Step 3 is an ongoing operation that has to be updated each time the underlying EC2 compute that powers it changes. Examples include: EC2 Amazon Machine Image (AMI) changes, code changes for the service, and version changes.
Creating a namespace
A namespace is a logical group of services that share the same domain name, such as example1.example.com or example2.example.com. If you want these namespaces to be queried from only within your VPC, opt for a private namespace. If you want them to be accessible over the Internet, create a public namespace. In our example, the public namespace could be example1, but the total count of use of items in example1 in a tracker/reporting service could be an internal service.
Microservice using DNS-based service discovery:
Microservice using API-based service discovery:
Creating a service
When you register a service, AWS Cloud Map will create a record in the hosted zone – which is a combination of the name of the service and the name of the namespace. You could optionally define a health check for the service, too.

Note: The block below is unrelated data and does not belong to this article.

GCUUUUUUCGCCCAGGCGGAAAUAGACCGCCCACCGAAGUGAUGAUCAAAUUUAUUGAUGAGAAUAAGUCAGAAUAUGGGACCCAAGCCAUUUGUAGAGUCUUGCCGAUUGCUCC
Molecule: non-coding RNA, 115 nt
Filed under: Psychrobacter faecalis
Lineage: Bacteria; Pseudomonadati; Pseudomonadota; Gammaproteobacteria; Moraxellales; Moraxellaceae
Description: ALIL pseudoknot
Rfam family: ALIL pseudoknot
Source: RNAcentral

If the service you are creating is meant for DNS-based discovery using one of the A, AAAA, or SRV records, then you can create your service using the following syntax. Examples of this could be your application code running on an EC2 instance or as a container (ECS/EKS).
For services that are meant to be used only in an API-only namespace, the API call would look like this:
Register the compute backend with the service
Container IP address register/de-register
Amazon ECS is tightly integrated with AWS Cloud Map to enable service discovery for compute workloads running in ECS. When you enable service discovery for ECS services, it automatically keeps track of all task instances in AWS Cloud Map. Now your applications can discover them using DNS queries and AWS Cloud Map DiscoverInstances API calls. The ECS control plane that issues the calls would register the IP address of the task (and containers) with the AWS Cloud Map.